Tips on How To Remove Popcorn Ceiling

Have you decided to fix it yourself? Here are some tips from Architectural Digest on how to remove your popcorn ceilings:

  1. Test for asbestos: As we explained above, test a sample of your ceiling for asbestos before scraping it off
  2. Get the following tools: Garden spray, wide putty knife, drop cloth, painter’s tape, ladder, goggles, and mask
  3. Prepare your rooms: Remove all furniture, take off light fixtures, and cover flooring
  4. Spray and scrape: Spray a 4 foot by 4 foot square of the ceiling until its damp and scrape with the putty knife
  5. Fix any damage: Apply joint compound to any damaged areas, then sand the area before painting

When painting your new ceilings, consider a clean and classic white paint to complement your walls. Decide whether you want cool white, warm white, or pure white. And consider what finish would look best. 

The total length of the removal project will depend on the size of your house and how many popcorn ceilings you have.

And here’s some good news for you! It can be done by any homeowner regardless of their level of experience or comfort with DIY projects. This technique is pretty straightforward.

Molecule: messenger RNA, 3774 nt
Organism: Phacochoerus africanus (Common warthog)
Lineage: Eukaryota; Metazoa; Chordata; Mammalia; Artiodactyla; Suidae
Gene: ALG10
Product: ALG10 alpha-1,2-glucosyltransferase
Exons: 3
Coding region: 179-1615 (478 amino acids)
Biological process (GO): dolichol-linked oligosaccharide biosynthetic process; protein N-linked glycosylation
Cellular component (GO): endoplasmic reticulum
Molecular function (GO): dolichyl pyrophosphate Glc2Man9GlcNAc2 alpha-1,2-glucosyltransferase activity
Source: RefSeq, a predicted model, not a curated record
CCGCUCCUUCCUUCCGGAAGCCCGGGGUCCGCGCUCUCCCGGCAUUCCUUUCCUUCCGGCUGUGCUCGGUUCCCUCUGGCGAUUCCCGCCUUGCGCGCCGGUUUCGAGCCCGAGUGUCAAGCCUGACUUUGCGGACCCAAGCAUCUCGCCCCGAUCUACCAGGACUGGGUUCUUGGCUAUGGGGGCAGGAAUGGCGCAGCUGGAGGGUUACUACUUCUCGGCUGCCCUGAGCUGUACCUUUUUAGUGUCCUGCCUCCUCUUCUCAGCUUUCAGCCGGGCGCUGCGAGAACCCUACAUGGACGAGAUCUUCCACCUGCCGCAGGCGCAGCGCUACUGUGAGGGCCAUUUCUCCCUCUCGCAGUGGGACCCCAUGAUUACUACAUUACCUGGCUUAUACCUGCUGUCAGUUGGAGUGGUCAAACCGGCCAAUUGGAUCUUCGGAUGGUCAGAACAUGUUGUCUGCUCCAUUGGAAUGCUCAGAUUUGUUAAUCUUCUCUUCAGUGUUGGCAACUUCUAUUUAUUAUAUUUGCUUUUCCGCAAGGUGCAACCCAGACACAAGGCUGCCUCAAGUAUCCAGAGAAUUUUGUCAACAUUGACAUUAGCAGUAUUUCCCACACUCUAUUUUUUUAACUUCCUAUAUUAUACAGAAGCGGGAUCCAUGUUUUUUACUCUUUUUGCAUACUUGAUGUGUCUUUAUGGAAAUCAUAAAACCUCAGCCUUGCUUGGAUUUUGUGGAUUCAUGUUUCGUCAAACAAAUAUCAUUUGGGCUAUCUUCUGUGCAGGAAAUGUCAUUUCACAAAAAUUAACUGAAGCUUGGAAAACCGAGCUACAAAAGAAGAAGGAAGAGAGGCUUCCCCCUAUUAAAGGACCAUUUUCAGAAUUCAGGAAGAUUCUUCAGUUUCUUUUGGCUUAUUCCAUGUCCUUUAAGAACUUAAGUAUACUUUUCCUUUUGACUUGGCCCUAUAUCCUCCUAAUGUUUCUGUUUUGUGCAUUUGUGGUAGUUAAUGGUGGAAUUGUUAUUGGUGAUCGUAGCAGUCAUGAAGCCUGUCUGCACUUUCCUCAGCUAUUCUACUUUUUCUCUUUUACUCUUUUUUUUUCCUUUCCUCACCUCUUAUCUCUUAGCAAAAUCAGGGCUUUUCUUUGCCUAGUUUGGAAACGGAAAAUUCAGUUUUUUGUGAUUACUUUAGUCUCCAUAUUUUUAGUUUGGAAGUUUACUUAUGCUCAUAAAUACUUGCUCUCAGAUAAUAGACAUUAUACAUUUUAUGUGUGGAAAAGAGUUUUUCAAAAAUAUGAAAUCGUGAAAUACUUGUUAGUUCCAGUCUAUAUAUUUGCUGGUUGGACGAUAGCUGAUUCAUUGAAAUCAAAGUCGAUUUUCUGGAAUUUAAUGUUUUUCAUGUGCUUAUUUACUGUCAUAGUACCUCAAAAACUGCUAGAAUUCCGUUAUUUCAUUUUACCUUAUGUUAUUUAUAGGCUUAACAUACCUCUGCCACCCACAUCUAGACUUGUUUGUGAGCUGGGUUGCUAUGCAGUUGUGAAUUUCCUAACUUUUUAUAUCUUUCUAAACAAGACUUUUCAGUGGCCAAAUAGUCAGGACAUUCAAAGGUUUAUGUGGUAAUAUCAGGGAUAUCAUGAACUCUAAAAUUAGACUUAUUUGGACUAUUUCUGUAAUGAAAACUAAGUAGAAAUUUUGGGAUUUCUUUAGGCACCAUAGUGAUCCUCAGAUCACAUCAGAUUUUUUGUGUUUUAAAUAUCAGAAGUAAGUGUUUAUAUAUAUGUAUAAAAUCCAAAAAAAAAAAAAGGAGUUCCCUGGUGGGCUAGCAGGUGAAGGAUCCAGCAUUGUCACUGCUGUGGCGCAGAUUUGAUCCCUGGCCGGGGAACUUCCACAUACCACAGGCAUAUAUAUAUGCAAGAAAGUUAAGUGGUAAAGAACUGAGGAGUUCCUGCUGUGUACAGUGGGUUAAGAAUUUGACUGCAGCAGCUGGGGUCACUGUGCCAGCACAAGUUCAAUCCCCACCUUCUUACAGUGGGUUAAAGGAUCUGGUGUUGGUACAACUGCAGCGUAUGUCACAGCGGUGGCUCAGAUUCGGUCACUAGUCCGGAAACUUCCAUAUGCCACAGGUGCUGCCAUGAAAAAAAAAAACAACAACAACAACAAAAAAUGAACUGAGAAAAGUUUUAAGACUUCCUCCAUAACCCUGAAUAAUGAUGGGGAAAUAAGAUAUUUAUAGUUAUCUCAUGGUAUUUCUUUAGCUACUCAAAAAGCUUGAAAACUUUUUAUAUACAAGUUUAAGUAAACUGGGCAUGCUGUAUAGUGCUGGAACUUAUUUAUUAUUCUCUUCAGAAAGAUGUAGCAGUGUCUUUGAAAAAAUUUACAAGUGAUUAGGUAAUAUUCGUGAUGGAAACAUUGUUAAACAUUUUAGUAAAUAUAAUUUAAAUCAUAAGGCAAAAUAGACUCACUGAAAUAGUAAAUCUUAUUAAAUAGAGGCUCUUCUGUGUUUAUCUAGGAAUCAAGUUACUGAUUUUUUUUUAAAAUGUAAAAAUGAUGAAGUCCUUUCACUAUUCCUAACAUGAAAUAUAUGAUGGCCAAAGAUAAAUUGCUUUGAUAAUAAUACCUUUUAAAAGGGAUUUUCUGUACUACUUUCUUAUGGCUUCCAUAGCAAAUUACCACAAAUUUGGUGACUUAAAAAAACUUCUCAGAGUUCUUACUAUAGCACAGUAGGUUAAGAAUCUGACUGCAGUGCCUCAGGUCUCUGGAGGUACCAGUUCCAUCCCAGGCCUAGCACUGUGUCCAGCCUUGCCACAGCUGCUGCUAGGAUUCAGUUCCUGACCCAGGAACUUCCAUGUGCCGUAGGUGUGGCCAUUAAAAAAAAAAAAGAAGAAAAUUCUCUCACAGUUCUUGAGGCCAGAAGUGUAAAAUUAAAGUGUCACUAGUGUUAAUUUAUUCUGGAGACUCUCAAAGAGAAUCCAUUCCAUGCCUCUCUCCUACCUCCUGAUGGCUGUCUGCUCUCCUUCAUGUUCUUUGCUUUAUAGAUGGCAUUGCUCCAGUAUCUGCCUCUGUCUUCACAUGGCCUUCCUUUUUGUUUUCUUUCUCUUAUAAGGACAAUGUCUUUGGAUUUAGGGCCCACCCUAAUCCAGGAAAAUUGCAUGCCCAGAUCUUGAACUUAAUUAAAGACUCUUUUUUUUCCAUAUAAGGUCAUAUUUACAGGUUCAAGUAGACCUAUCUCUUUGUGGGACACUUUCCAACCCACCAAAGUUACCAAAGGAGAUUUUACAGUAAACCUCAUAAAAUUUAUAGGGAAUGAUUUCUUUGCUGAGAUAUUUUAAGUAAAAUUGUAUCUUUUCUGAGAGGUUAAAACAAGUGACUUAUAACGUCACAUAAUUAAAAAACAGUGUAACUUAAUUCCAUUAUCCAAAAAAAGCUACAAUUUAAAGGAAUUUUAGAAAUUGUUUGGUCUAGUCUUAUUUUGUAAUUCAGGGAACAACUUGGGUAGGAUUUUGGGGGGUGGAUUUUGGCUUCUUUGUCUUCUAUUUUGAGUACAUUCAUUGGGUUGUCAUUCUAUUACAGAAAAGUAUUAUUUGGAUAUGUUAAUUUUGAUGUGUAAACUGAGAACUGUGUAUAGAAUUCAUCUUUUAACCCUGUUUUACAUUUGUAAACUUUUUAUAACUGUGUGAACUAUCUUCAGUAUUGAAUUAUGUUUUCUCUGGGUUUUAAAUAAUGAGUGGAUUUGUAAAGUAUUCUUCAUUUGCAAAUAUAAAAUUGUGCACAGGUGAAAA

Popcorn Ceiling Removal Cost 

If you don’t feel like taking care of those ceilings yourself, or you don’t have the time, you can always hire a professional to do it. 

On average, homeowners spend between $1-2 per square foot to get rid of their popcorn ceilings. That amount will increase if they ask a contractor to texturize the drywall, add decorative tiles, or paint. 

The price could get even higher if they discover your ceilings have asbestos or major structural issues to be addressed. 

What are the other benefits of hiring a professional? For one, a team of workers can get the job faster than the one or two people living in your house.

They can also dispose of all the fallen plaster. And, trust us, it’s a big mess that will need to be hauled out. Most importantly, they have dealt with these types of jobs before so they’re less likely to damage the drywall while scraping. 

As professionals, they can also apply the finishing touches that impress everyone who walks through your front door. 

Stop Living With Your Popcorn Ceilings

Popcorn ceiling removal is an easy job to do on your own, but you can also hire a professional painting company to do it for you. 

The Croc Painting Company offers residential and commercial painting services for interiors and exteriors. We never subcontract jobs, and our team of experts is dedicated to customer satisfaction. 

Croc Painting uses an effective interior painting process, provides color consultation, and meets with homeowners every step of the way. 

We are now serving clients in Saint Augustine and Jacksonville areas. Schedule a free quote now to learn what the Croc Painting Company can do for your home. 

Croc Company is a full-service painting company. We are proud to offer superior customer service and professional workmanship.

Contact Us

Croc Painting LLC
Phone: 904-500-CROC

701 Market Street, Suite 111
St. Augustine, FL 32095